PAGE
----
This sort of thing is so tiresome. So many bishops are firebrands about politics (always supporting the party of abortion), but pussy cats when it comes to liturgical/ doctrinal and other abuses. Catholics who know their history, know that bad bishops and popes unfortunately happen. We do not put our faith in men, but in Christ’s promise that the gates of hell shall not prevail.

     

    P.S. During these troubled times it would be wonderful to go to mass at my parish, St Patricks.

    • #8
    • June 4, 2020, at 4:27 PM PDT
    • 5 likes
  9. DonG (skeptic) Coolidge

    I can hardly stand the TDS from these bishops with their lavish living and pedophilia. Every cent I give them is grates on me.

    • #9
    • June 4, 2020, at 5:16 PM PDT
    • 3 likes
  10. PHCheese Member

    I went to high school with Cardinal Donald Werle. Boy did he let me down.

    • #10
    • June 4, 2020, at 5:34 PM PDT
    • 5 likes
  11. Manny Member

    I think the Archbishop had some exaggerated information when he made the statement. Trump was in a no win situation. It’s not easy to condemn the rioters and the cops while supporting the protesters. I’m pretty sure Gregory’s instincts are on the left, but let’s hope he’s more restrained in his public statements in the future. Yes, I didn’t care for it either.

    • #11
    • June 4, 2020, at 6:21 PM PDT
    • 1 like
  12. Scott Wilmot Member

    I wrote two posts on Archbishop Gregory just over a year ago (here and here). His appointment as archbishop of DC was a slap in the face to the faithful. And, as Phil Lawler wrote at the time: “The appointment of Archbishop Gregory is “safe” because the only people who are upset are the people who will be ignored.” That is still the case.

    I will take one issue with your description of the Church’s problems: the “pedophilia” scandal is more accurately a scandal of homosexual predation – and Archbishop Gregory is linked to a long line of these predators.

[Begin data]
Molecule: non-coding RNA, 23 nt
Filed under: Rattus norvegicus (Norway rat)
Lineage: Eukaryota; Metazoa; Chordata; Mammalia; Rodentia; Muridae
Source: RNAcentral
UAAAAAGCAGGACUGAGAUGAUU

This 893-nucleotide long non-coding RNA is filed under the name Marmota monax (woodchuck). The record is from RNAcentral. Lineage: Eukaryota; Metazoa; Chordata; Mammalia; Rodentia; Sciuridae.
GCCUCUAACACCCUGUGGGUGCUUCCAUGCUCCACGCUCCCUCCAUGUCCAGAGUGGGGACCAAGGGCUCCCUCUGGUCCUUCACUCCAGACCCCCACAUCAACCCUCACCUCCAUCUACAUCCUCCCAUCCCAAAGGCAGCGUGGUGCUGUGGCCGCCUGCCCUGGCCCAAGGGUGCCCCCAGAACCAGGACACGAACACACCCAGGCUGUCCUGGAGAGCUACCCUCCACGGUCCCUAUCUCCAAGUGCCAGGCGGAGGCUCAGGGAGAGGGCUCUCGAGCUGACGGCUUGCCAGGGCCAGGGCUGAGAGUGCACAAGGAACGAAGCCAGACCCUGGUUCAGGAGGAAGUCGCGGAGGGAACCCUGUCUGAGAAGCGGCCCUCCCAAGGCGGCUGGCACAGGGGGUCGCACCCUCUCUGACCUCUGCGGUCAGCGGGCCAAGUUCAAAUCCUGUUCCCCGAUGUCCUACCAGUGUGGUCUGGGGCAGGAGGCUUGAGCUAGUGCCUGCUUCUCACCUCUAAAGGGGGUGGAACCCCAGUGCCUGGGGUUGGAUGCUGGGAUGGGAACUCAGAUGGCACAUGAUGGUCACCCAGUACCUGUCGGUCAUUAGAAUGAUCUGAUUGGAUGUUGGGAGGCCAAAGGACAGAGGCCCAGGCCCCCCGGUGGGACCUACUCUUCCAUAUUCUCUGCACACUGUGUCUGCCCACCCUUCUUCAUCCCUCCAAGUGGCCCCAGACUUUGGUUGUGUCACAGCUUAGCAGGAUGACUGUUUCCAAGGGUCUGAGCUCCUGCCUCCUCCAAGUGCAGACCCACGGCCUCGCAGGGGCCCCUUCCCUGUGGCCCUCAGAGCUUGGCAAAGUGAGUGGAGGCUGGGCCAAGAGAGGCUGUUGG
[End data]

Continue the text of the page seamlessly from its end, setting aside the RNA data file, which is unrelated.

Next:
I find it baffling and reprehensible that men like Gregory are priests and archbishops in the Church.

    • #12
    • June 5, 2020, at 4:54 AM PDT
    • 10 likes
  13. Scott Wilmot Member

    • #13
    • June 5, 2020, at 5:02 AM PDT
    • 5 likes
  14. Scott Wilmot Member

    • #14
    • June 5, 2020, at 5:32 AM PDT
    • 6 likes
  15. MichaelKennedy Coolidge

    As far as the homosexual issue with the priests (as opposed to pedophilia), the book I lionked to above has a long account of what happened to the seminaries in the 60s.

    • #15
    • June 5, 2020, at 11:05 AM PDT
    • 1 like
  16. Clifford A. Brown Contributor

    Unsk (View Comment):
    They are mostly products of the same marxist/atheist education culture the rest of us are, even at Catholic Universities. 

    I’ve been reflecting on our senior military leadership, present and former. Your comment applies to them as well. The rest of us really is almost every single American, now that this leftist indoctrination has extended down to pre-K.

    • #16
    • June 5, 2020, at 11:11 AM PDT
    • 5 likes
  17. Aaron Miller Member
    Aaron Miller Joined in the first year of Ricochet Ricochet Charter Member

    I try to afford bishops the same respect I afford all people. No matter how habitually wrong and destructive their behavior, I will listen and hope they surprise me. And if the majority of what one says is garbage, perhaps there is some grain of truth and beauty that can yet be embraced. 

    I will gladly pray for an end to racism, but grate at the suggestion that it is a common problem in modern America aside from the anti-white bigotry promoted daily by Democrats and enshrined in various Affirmative Action programs.

    • #17